• Must buy your own tools and equipment. Independent contractors typically provide their own tools. Companies generally can't reimburse independent contractors for out-of-pocket expenses, so you should consider those expenses when determining your rates. If your clients provide the tools, one of the enforcing agencies might penalize them for misclassifying you as an independent contractor when you should have been classified as an employee.

  • May need a federal and state tax ID number. Because of the issues that can arise around whether a worker is an employee or a contractor, some skittish employers won't hire contractors who use their social security numbers as taxpayer IDs. If an employer reports the earnings of a contractor under that individual's social security number, it can trigger a red flag to the IRS, which might undertake an audit under the suspicion that the employer is misclassifying employees as independent contractors to avoid withholding taxes and to provide benefits.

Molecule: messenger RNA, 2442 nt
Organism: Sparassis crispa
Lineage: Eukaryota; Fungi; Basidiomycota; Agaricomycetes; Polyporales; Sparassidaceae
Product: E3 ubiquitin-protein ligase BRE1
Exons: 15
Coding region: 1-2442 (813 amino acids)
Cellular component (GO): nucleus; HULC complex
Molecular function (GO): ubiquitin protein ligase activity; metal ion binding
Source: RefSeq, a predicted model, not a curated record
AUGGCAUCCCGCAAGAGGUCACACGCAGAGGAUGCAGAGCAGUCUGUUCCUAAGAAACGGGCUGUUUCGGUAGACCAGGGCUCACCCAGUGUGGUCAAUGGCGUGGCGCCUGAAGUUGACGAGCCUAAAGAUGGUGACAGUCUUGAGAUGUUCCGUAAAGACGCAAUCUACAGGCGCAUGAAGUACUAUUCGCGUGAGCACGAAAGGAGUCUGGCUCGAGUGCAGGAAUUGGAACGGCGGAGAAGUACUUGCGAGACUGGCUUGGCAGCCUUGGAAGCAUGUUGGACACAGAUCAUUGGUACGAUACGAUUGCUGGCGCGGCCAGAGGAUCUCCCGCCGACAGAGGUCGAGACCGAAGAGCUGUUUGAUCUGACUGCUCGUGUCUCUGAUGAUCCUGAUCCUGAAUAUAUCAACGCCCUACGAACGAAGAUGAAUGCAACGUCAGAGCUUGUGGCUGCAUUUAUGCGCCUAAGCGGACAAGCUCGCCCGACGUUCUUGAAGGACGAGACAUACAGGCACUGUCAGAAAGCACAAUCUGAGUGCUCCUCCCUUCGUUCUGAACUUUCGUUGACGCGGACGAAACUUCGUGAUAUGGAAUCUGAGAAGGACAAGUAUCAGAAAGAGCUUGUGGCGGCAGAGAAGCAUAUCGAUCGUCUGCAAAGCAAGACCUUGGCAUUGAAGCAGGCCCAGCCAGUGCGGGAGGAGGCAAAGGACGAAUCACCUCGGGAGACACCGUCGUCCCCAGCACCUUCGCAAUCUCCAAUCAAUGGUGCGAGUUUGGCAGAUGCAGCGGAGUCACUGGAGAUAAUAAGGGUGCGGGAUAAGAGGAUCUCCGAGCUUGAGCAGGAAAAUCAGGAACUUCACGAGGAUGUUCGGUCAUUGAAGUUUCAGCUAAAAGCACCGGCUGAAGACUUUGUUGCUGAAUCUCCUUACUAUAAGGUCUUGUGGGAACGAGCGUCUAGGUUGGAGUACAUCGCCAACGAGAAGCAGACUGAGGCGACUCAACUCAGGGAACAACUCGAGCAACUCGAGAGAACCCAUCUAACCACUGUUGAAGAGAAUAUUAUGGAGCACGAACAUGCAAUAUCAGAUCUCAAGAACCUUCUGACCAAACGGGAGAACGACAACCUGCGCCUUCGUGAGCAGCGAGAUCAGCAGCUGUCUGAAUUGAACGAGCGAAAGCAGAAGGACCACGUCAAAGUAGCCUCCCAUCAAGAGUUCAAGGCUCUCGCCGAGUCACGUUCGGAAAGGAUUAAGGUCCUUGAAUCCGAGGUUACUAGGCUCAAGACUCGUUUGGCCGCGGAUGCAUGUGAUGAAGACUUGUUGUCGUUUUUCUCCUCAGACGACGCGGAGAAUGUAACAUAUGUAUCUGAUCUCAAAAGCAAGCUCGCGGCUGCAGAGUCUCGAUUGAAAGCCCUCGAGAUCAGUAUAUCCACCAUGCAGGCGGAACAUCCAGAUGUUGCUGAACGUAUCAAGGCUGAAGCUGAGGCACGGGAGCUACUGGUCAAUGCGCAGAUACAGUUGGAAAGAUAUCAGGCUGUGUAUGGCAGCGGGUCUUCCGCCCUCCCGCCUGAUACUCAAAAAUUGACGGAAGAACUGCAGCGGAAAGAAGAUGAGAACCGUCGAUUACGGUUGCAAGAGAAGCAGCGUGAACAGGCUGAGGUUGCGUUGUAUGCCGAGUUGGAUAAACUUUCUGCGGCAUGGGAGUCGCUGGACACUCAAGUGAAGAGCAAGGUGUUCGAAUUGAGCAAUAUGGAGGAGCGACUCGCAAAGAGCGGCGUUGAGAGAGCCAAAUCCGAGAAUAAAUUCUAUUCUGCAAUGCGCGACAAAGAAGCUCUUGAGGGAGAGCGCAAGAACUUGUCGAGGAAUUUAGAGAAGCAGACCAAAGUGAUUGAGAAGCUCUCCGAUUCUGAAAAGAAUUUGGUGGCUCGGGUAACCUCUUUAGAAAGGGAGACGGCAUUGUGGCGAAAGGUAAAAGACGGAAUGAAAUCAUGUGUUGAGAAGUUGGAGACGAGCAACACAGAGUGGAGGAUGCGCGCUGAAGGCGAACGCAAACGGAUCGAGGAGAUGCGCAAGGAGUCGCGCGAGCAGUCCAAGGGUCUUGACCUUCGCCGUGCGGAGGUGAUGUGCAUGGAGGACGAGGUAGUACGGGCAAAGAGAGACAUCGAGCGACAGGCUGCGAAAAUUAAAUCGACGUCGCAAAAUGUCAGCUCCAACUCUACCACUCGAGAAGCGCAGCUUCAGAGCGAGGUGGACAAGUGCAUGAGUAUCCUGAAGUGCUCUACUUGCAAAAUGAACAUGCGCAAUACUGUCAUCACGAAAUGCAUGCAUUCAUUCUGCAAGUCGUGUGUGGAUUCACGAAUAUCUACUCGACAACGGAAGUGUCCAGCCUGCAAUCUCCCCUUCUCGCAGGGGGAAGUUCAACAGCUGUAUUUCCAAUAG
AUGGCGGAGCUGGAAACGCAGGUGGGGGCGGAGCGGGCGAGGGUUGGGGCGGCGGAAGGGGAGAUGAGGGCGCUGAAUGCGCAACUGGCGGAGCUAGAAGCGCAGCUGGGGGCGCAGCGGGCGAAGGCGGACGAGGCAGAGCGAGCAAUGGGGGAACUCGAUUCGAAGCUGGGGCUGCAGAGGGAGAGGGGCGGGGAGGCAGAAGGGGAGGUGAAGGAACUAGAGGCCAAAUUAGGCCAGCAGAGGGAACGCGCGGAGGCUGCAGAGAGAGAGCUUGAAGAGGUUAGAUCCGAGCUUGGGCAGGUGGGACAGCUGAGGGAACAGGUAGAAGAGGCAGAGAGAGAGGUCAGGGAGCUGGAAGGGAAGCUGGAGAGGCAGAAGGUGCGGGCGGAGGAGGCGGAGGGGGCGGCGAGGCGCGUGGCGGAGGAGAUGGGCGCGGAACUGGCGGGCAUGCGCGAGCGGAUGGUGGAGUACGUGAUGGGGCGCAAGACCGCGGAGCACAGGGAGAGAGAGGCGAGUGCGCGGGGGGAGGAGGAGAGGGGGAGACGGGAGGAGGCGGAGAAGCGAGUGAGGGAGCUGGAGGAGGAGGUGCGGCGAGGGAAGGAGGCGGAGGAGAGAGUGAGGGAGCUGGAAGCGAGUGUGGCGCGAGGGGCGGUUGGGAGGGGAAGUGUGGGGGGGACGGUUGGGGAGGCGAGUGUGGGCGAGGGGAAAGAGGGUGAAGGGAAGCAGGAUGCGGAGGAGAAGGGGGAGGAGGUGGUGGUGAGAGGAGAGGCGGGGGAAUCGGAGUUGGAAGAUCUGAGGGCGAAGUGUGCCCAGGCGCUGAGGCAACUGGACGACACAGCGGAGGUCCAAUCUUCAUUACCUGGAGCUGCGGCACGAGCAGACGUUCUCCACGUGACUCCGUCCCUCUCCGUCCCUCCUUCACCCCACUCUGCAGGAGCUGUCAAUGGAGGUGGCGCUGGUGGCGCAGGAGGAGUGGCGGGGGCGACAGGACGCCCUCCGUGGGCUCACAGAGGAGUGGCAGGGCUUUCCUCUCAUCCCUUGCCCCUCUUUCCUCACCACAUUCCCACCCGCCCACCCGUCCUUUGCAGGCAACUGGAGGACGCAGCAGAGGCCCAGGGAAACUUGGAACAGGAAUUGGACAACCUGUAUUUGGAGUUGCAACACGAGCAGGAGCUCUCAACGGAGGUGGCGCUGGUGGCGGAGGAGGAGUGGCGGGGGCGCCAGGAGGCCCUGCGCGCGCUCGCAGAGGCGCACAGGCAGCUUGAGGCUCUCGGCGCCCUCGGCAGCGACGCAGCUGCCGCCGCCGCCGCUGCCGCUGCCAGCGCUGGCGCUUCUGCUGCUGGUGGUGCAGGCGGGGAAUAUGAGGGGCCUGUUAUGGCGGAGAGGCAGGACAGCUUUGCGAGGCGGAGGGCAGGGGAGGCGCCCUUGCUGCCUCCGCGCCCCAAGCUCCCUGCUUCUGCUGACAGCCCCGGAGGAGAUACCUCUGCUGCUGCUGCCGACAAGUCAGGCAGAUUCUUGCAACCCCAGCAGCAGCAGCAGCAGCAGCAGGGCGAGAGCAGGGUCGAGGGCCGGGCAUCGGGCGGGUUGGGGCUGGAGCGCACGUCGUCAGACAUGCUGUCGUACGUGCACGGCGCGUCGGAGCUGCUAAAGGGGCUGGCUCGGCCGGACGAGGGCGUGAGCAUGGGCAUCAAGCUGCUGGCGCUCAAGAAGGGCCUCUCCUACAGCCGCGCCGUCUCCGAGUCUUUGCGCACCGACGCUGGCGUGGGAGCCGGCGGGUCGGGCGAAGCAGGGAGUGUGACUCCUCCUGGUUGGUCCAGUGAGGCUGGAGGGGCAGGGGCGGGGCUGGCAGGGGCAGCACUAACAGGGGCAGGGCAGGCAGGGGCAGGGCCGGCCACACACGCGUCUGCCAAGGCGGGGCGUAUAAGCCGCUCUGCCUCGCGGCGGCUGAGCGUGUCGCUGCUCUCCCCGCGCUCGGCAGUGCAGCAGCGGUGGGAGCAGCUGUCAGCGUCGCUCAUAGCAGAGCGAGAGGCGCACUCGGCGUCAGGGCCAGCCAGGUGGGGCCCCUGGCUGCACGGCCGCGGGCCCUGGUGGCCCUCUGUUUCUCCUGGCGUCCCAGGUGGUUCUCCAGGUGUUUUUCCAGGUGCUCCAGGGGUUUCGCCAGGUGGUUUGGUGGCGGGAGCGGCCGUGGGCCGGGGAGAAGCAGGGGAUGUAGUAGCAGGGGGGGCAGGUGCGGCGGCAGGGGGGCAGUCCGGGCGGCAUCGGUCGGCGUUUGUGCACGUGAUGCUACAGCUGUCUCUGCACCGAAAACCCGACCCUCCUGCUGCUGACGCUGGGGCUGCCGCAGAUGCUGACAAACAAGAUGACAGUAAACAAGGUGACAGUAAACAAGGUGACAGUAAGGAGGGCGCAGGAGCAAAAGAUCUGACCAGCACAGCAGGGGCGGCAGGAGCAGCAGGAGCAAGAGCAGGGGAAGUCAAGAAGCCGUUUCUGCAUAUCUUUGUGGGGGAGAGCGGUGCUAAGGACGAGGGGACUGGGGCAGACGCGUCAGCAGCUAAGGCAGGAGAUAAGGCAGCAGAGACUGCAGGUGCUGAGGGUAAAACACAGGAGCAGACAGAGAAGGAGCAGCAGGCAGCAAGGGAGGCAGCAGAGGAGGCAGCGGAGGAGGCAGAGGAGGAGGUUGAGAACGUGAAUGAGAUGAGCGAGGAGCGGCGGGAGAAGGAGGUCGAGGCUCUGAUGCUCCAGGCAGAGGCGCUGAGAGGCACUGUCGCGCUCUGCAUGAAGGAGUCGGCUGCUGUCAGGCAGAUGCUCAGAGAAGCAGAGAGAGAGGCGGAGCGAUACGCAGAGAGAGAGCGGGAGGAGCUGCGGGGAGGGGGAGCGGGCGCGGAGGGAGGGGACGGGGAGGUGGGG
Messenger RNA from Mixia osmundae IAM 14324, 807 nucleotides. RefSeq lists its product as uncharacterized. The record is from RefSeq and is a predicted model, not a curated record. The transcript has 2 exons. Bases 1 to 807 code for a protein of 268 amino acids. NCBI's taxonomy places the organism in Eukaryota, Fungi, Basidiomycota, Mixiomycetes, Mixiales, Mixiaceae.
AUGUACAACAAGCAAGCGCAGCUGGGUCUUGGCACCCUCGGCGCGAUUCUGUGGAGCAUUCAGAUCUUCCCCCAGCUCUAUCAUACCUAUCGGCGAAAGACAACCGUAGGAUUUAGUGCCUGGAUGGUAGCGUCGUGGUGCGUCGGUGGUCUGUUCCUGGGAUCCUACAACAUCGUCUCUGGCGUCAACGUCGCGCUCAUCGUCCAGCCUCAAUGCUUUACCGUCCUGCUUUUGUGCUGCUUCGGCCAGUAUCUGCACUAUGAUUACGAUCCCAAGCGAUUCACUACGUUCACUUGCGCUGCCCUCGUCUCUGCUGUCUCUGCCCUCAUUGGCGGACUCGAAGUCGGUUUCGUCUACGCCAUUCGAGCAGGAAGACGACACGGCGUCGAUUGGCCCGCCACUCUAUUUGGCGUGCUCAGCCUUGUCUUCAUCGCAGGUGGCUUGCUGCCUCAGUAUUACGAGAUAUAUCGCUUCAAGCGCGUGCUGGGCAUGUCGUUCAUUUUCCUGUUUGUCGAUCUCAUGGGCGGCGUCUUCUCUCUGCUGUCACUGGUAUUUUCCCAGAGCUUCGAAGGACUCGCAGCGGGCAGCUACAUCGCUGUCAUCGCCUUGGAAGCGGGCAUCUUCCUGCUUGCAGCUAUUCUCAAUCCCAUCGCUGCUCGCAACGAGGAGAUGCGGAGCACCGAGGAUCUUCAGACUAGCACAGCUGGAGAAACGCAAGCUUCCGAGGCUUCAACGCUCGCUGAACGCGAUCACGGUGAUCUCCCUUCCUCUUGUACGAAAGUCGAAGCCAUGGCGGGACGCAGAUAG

To bypass the problem, obtain a federal employer identification number (EIN) and submit that in place of your social security number. A state taxpayer ID (if required) can save you money by allowing you to buy items at wholesale and free of sales tax, provided you intend to resell the merchandise. Your local Small Business Administration Office can help you get started with this and other business matters for free.

How To Succeed as an Independent Contractor

Setting up your own business as an independent contractor requires an investment of time and energy, but the risk can pay off handsomely. For those with a creative and entrepreneurial spirit, the rewards will be more than just monetary.

To help you network, gain expertise, and receive discounts on insurance and other self-employment expenses, consider joining professional organizations such as the National Association for the Self-Employed. You'll also find a bevy of resources on the U.S. Small Business Administration's website.